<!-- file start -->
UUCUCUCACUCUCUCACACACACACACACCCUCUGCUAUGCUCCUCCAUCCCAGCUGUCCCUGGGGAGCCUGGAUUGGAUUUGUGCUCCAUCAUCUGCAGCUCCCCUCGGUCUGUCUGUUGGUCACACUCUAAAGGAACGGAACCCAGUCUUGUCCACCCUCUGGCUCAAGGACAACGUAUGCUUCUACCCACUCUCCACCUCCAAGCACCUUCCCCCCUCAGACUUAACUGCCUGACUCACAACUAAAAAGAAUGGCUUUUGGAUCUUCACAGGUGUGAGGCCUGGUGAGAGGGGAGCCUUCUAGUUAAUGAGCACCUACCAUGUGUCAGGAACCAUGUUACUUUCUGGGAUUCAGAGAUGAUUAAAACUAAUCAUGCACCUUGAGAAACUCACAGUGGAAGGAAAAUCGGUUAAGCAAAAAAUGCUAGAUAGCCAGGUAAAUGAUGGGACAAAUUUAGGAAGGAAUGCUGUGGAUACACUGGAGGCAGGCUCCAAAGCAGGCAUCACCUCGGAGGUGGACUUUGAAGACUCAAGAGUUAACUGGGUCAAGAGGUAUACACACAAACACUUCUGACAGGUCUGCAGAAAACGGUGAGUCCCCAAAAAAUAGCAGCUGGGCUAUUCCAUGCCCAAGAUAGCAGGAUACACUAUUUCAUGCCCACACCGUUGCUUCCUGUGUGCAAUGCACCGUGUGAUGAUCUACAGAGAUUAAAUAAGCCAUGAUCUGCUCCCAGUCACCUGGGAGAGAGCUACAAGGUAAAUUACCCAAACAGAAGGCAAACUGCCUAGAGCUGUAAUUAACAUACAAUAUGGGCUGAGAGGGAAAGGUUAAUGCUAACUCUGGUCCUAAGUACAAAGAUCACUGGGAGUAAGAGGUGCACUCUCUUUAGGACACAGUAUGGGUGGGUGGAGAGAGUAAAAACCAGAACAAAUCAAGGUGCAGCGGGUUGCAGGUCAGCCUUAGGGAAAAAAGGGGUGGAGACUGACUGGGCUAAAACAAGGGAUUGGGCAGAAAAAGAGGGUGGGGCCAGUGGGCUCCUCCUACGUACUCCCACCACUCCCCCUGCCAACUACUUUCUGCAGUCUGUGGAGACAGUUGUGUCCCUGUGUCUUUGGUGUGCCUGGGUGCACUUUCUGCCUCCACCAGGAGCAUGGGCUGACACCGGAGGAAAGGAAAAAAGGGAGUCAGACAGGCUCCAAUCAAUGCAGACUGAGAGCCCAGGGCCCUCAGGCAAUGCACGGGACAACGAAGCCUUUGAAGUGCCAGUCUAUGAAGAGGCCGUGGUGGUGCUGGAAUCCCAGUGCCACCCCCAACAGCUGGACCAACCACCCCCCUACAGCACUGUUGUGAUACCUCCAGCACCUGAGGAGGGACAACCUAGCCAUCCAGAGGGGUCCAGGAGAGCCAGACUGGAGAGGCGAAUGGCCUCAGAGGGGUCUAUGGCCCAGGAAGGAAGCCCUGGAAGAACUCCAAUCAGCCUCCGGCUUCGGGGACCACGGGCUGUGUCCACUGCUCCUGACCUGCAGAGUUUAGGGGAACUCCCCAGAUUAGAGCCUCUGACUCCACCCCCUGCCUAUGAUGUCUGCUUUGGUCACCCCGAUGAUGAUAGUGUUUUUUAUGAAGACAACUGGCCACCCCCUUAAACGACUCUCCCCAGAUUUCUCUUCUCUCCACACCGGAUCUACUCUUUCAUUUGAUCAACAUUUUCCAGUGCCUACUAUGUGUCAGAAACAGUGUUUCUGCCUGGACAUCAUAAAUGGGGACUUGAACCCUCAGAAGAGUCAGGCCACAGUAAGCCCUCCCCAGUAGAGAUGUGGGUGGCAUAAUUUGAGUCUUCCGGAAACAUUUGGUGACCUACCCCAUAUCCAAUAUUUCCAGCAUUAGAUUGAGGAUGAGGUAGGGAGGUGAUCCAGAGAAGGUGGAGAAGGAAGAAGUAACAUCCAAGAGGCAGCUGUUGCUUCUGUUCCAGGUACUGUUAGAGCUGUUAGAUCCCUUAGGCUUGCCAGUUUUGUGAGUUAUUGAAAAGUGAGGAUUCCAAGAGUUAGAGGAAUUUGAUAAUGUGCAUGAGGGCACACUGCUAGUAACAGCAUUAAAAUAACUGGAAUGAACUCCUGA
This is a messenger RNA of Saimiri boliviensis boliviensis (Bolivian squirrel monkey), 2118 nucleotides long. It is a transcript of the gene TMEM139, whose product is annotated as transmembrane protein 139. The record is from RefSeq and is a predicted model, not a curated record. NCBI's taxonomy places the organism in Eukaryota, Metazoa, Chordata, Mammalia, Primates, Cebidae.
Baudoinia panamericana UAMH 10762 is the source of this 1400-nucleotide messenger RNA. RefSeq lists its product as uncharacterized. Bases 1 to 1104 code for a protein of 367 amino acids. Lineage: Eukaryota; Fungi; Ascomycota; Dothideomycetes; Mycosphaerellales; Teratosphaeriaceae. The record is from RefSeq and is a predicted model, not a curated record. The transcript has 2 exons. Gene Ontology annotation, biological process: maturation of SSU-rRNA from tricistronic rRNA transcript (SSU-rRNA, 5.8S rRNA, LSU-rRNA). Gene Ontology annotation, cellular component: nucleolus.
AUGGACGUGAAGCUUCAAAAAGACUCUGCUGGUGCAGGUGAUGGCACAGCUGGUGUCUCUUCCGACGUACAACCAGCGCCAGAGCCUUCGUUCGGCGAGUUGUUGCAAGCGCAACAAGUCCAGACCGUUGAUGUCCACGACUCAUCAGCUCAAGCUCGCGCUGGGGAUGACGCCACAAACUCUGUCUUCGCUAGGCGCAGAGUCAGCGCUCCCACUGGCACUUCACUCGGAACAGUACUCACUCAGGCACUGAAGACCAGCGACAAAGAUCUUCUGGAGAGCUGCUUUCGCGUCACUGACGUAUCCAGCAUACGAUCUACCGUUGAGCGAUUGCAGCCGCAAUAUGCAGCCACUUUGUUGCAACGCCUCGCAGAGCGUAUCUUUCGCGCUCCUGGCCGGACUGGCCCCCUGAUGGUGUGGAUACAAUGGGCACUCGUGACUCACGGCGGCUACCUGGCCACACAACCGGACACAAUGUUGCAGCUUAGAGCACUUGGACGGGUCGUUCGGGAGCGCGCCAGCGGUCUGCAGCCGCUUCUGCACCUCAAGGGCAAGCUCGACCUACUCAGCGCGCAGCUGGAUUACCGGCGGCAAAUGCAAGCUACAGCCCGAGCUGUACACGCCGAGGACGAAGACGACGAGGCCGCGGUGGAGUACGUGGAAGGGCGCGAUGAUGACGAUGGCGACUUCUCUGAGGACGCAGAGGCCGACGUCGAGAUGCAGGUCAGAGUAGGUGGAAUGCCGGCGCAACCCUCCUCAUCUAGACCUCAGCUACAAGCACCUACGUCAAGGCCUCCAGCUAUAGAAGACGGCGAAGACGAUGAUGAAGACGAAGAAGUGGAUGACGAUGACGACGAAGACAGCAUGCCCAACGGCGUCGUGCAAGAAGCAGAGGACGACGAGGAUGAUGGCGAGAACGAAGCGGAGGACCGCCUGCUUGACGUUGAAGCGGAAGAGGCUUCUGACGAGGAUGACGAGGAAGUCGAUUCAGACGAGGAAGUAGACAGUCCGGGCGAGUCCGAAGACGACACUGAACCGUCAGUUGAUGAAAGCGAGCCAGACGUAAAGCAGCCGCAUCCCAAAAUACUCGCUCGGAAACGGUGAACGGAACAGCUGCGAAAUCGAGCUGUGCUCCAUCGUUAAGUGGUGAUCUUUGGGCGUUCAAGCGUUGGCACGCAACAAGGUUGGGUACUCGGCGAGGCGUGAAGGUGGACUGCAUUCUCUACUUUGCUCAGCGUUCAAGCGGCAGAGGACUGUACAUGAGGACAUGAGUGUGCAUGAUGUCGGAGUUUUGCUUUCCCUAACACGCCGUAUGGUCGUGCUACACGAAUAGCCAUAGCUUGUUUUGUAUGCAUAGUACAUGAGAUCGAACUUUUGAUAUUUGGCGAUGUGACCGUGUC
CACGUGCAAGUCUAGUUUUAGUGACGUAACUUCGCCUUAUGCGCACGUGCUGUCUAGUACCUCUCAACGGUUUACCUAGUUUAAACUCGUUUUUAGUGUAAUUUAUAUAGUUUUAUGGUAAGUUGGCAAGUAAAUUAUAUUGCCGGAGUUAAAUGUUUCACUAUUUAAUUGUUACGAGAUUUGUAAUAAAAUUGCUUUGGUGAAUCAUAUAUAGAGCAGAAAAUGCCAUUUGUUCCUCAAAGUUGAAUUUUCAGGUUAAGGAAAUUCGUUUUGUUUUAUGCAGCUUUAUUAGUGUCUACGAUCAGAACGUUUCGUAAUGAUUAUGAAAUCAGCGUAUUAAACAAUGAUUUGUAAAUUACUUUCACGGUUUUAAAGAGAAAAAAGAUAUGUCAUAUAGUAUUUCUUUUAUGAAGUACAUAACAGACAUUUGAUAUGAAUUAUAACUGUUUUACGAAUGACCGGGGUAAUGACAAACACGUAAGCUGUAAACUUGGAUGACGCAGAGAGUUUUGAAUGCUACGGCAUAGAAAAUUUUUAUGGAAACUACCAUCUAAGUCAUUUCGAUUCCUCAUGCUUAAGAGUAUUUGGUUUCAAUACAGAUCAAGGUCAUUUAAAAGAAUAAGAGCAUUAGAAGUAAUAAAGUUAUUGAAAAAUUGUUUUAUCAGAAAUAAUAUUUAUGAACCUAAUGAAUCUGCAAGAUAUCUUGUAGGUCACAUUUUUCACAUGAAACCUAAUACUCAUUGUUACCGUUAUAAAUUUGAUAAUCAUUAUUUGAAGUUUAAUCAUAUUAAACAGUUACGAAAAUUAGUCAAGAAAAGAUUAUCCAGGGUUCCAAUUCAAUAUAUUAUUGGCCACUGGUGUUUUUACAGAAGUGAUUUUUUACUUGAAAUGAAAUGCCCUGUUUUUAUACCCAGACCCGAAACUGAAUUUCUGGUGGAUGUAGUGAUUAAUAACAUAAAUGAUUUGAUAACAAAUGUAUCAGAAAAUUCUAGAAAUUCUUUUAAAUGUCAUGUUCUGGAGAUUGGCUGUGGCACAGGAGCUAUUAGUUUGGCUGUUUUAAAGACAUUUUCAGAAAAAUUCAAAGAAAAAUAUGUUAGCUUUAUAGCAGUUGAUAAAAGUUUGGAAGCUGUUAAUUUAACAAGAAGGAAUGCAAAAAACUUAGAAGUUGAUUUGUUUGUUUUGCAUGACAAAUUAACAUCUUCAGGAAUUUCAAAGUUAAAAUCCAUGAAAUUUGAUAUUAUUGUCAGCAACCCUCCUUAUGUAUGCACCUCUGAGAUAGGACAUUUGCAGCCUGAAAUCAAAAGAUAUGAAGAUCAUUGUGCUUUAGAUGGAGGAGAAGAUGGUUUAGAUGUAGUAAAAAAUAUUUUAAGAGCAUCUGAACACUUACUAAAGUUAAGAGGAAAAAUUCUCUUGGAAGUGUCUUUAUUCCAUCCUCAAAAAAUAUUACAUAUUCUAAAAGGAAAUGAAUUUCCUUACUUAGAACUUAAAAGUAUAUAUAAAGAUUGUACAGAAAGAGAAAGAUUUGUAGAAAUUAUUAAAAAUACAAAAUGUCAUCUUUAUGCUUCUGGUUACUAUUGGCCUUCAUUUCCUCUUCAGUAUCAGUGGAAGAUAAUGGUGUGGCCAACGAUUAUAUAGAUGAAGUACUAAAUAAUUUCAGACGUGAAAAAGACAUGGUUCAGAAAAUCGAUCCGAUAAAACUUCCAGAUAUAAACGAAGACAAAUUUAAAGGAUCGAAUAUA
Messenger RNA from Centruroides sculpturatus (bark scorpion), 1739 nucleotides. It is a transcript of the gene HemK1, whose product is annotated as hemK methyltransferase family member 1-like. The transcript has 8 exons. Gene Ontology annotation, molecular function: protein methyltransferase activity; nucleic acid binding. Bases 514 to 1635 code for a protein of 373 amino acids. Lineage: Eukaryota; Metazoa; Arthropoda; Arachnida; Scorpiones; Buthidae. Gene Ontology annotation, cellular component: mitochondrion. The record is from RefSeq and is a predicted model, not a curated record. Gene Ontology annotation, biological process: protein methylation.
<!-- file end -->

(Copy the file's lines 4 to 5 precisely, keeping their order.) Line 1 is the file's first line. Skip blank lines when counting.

AUGGACGUGAAGCUUCAAAAAGACUCUGCUGGUGCAGGUGAUGGCACAGCUGGUGUCUCUUCCGACGUACAACCAGCGCCAGAGCCUUCGUUCGGCGAGUUGUUGCAAGCGCAACAAGUCCAGACCGUUGAUGUCCACGACUCAUCAGCUCAAGCUCGCGCUGGGGAUGACGCCACAAACUCUGUCUUCGCUAGGCGCAGAGUCAGCGCUCCCACUGGCACUUCACUCGGAACAGUACUCACUCAGGCACUGAAGACCAGCGACAAAGAUCUUCUGGAGAGCUGCUUUCGCGUCACUGACGUAUCCAGCAUACGAUCUACCGUUGAGCGAUUGCAGCCGCAAUAUGCAGCCACUUUGUUGCAACGCCUCGCAGAGCGUAUCUUUCGCGCUCCUGGCCGGACUGGCCCCCUGAUGGUGUGGAUACAAUGGGCACUCGUGACUCACGGCGGCUACCUGGCCACACAACCGGACACAAUGUUGCAGCUUAGAGCACUUGGACGGGUCGUUCGGGAGCGCGCCAGCGGUCUGCAGCCGCUUCUGCACCUCAAGGGCAAGCUCGACCUACUCAGCGCGCAGCUGGAUUACCGGCGGCAAAUGCAAGCUACAGCCCGAGCUGUACACGCCGAGGACGAAGACGACGAGGCCGCGGUGGAGUACGUGGAAGGGCGCGAUGAUGACGAUGGCGACUUCUCUGAGGACGCAGAGGCCGACGUCGAGAUGCAGGUCAGAGUAGGUGGAAUGCCGGCGCAACCCUCCUCAUCUAGACCUCAGCUACAAGCACCUACGUCAAGGCCUCCAGCUAUAGAAGACGGCGAAGACGAUGAUGAAGACGAAGAAGUGGAUGACGAUGACGACGAAGACAGCAUGCCCAACGGCGUCGUGCAAGAAGCAGAGGACGACGAGGAUGAUGGCGAGAACGAAGCGGAGGACCGCCUGCUUGACGUUGAAGCGGAAGAGGCUUCUGACGAGGAUGACGAGGAAGUCGAUUCAGACGAGGAAGUAGACAGUCCGGGCGAGUCCGAAGACGACACUGAACCGUCAGUUGAUGAAAGCGAGCCAGACGUAAAGCAGCCGCAUCCCAAAAUACUCGCUCGGAAACGGUGAACGGAACAGCUGCGAAAUCGAGCUGUGCUCCAUCGUUAAGUGGUGAUCUUUGGGCGUUCAAGCGUUGGCACGCAACAAGGUUGGGUACUCGGCGAGGCGUGAAGGUGGACUGCAUUCUCUACUUUGCUCAGCGUUCAAGCGGCAGAGGACUGUACAUGAGGACAUGAGUGUGCAUGAUGUCGGAGUUUUGCUUUCCCUAACACGCCGUAUGGUCGUGCUACACGAAUAGCCAUAGCUUGUUUUGUAUGCAUAGUACAUGAGAUCGAACUUUUGAUAUUUGGCGAUGUGACCGUGUC
CACGUGCAAGUCUAGUUUUAGUGACGUAACUUCGCCUUAUGCGCACGUGCUGUCUAGUACCUCUCAACGGUUUACCUAGUUUAAACUCGUUUUUAGUGUAAUUUAUAUAGUUUUAUGGUAAGUUGGCAAGUAAAUUAUAUUGCCGGAGUUAAAUGUUUCACUAUUUAAUUGUUACGAGAUUUGUAAUAAAAUUGCUUUGGUGAAUCAUAUAUAGAGCAGAAAAUGCCAUUUGUUCCUCAAAGUUGAAUUUUCAGGUUAAGGAAAUUCGUUUUGUUUUAUGCAGCUUUAUUAGUGUCUACGAUCAGAACGUUUCGUAAUGAUUAUGAAAUCAGCGUAUUAAACAAUGAUUUGUAAAUUACUUUCACGGUUUUAAAGAGAAAAAAGAUAUGUCAUAUAGUAUUUCUUUUAUGAAGUACAUAACAGACAUUUGAUAUGAAUUAUAACUGUUUUACGAAUGACCGGGGUAAUGACAAACACGUAAGCUGUAAACUUGGAUGACGCAGAGAGUUUUGAAUGCUACGGCAUAGAAAAUUUUUAUGGAAACUACCAUCUAAGUCAUUUCGAUUCCUCAUGCUUAAGAGUAUUUGGUUUCAAUACAGAUCAAGGUCAUUUAAAAGAAUAAGAGCAUUAGAAGUAAUAAAGUUAUUGAAAAAUUGUUUUAUCAGAAAUAAUAUUUAUGAACCUAAUGAAUCUGCAAGAUAUCUUGUAGGUCACAUUUUUCACAUGAAACCUAAUACUCAUUGUUACCGUUAUAAAUUUGAUAAUCAUUAUUUGAAGUUUAAUCAUAUUAAACAGUUACGAAAAUUAGUCAAGAAAAGAUUAUCCAGGGUUCCAAUUCAAUAUAUUAUUGGCCACUGGUGUUUUUACAGAAGUGAUUUUUUACUUGAAAUGAAAUGCCCUGUUUUUAUACCCAGACCCGAAACUGAAUUUCUGGUGGAUGUAGUGAUUAAUAACAUAAAUGAUUUGAUAACAAAUGUAUCAGAAAAUUCUAGAAAUUCUUUUAAAUGUCAUGUUCUGGAGAUUGGCUGUGGCACAGGAGCUAUUAGUUUGGCUGUUUUAAAGACAUUUUCAGAAAAAUUCAAAGAAAAAUAUGUUAGCUUUAUAGCAGUUGAUAAAAGUUUGGAAGCUGUUAAUUUAACAAGAAGGAAUGCAAAAAACUUAGAAGUUGAUUUGUUUGUUUUGCAUGACAAAUUAACAUCUUCAGGAAUUUCAAAGUUAAAAUCCAUGAAAUUUGAUAUUAUUGUCAGCAACCCUCCUUAUGUAUGCACCUCUGAGAUAGGACAUUUGCAGCCUGAAAUCAAAAGAUAUGAAGAUCAUUGUGCUUUAGAUGGAGGAGAAGAUGGUUUAGAUGUAGUAAAAAAUAUUUUAAGAGCAUCUGAACACUUACUAAAGUUAAGAGGAAAAAUUCUCUUGGAAGUGUCUUUAUUCCAUCCUCAAAAAAUAUUACAUAUUCUAAAAGGAAAUGAAUUUCCUUACUUAGAACUUAAAAGUAUAUAUAAAGAUUGUACAGAAAGAGAAAGAUUUGUAGAAAUUAUUAAAAAUACAAAAUGUCAUCUUUAUGCUUCUGGUUACUAUUGGCCUUCAUUUCCUCUUCAGUAUCAGUGGAAGAUAAUGGUGUGGCCAACGAUUAUAUAGAUGAAGUACUAAAUAAUUUCAGACGUGAAAAAGACAUGGUUCAGAAAAUCGAUCCGAUAAAACUUCCAGAUAUAAACGAAGACAAAUUUAAAGGAUCGAAUAUA